A guide to help road builders protect the habitat of the UK's dwindling population of butterflies has been published.
The marsh fritillary butterfly is one species to benefit from the scheme
The Butterfly Handbook encourages engineers to include features and plants that will encourage wildlife.
Conservationists hope better designed roads will provide breeding sites for the creatures, as well as acting as links between suitable habitat.
The handbook has been co-published by English Nature and the Highways Agency.
English Nature's chief scientist Dr Keith Duff said the guide showed that new roads were not necessarily bad news for local wildlife.
"It actually depends where you put them, and how you design and build them," he said.
"We all know that roads often destroy habitat, break it up into bits and cause pollution, but if designed properly you can create habitat corridors that are really good for wildlife."
The publication offers guidance on habitat sizes, species' locations, breeding areas and colonisation patterns.
Conservationists say butterflies have probably never been as endangered as they are today following decades of loss of key habitats.
Of the 56 species of butterflies found in the UK, 26 are recognised as species that need their habitat protected in order to ensure their long term survival.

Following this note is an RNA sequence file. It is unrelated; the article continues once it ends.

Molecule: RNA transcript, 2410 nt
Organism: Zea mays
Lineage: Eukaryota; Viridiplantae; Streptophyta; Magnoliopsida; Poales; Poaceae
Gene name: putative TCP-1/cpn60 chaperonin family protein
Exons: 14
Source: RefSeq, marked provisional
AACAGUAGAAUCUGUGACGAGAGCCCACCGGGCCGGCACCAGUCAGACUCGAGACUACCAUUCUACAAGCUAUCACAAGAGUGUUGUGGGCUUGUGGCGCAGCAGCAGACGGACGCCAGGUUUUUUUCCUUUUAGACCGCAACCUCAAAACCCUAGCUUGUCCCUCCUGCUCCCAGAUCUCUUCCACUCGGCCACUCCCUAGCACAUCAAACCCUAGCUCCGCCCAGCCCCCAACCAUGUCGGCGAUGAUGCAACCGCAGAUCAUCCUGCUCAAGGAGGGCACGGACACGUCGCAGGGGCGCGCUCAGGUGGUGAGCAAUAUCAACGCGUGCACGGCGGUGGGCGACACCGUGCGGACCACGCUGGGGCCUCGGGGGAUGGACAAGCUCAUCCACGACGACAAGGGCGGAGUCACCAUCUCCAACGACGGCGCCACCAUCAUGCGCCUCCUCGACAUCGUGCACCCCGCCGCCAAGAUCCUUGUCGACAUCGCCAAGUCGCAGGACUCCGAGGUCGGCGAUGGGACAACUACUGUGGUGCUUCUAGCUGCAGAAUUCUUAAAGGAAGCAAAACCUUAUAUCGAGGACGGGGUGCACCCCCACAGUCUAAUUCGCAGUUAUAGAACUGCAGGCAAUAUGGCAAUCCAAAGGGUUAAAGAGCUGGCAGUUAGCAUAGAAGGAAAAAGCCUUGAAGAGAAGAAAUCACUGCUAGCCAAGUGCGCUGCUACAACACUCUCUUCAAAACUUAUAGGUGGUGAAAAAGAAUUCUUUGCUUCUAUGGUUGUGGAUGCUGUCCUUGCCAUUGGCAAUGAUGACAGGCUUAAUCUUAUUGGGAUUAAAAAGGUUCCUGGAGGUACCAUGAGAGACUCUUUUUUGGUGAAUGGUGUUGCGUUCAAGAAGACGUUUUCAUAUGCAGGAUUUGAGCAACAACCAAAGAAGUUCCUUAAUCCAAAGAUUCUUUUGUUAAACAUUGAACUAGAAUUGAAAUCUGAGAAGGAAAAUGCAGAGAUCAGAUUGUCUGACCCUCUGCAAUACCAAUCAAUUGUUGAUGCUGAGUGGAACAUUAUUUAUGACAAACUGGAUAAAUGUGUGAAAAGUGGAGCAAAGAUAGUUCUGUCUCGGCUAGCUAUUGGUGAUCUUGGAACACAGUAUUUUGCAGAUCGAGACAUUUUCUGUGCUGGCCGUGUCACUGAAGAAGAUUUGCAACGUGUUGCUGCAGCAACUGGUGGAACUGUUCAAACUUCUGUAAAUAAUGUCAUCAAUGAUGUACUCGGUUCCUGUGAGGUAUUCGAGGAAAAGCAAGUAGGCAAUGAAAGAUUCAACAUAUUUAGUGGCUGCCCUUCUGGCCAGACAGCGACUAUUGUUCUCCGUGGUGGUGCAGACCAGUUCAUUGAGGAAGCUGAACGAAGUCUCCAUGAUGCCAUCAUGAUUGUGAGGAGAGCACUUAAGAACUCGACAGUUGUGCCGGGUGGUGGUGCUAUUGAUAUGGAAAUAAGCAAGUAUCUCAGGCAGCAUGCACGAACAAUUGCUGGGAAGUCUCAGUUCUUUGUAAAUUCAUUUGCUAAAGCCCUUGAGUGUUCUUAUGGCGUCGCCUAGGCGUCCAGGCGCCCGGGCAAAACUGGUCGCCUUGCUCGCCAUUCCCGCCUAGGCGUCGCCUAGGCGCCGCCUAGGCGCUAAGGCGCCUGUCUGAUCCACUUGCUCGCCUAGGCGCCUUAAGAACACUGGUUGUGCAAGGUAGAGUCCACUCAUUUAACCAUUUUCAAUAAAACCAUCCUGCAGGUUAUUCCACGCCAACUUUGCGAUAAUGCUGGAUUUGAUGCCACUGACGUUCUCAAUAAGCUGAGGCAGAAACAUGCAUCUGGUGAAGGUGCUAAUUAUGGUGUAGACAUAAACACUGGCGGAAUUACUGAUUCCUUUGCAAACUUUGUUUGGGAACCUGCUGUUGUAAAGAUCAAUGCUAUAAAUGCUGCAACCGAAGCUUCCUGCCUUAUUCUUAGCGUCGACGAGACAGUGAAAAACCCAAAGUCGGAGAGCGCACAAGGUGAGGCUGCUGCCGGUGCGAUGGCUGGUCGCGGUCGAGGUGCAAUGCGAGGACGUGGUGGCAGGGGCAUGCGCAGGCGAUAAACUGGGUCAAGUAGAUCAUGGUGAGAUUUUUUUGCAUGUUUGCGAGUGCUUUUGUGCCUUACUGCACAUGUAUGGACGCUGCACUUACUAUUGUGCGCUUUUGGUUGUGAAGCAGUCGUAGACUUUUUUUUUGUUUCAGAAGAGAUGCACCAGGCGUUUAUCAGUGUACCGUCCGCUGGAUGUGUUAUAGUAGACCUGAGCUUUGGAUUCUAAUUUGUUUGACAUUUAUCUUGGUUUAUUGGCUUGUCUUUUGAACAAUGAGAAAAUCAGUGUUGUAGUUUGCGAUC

In the handbook's foreword, Dr Martin Warren, chief executive of Butterfly Conservation charity, said: "This report is extremely valuable and timely as it concerns an increasingly important habitat for butterflies and other insects.
"Road verges can help conserve butterflies and other wildlife as they are an opportunity to provide suitable breeding habitats for many species, and provide crucial links between the patches of habitat that remain," Dr Warren added.
In the past, wildlife campaigners and construction firms have been involved in lengthy battles about the building of new roads.
One of the most famous clashes was back in 1996, over the proposed route for the Newbury bypass.
The handbook lists a number of recent projects that included butterfly-friendly measures, including an extension of the M40 in Oxfordshire that was rerouted to protect the local habitat of black hairstreak butterflies.
English Nature's Dr Duff hopes the guide will help engineers and environmentalists form a closer working relationship.
"These days, conservationists seek to engage with road builders at the start in order to build an understanding," he said.
"You can then make sure that things are designed to work for people and work for wildlife."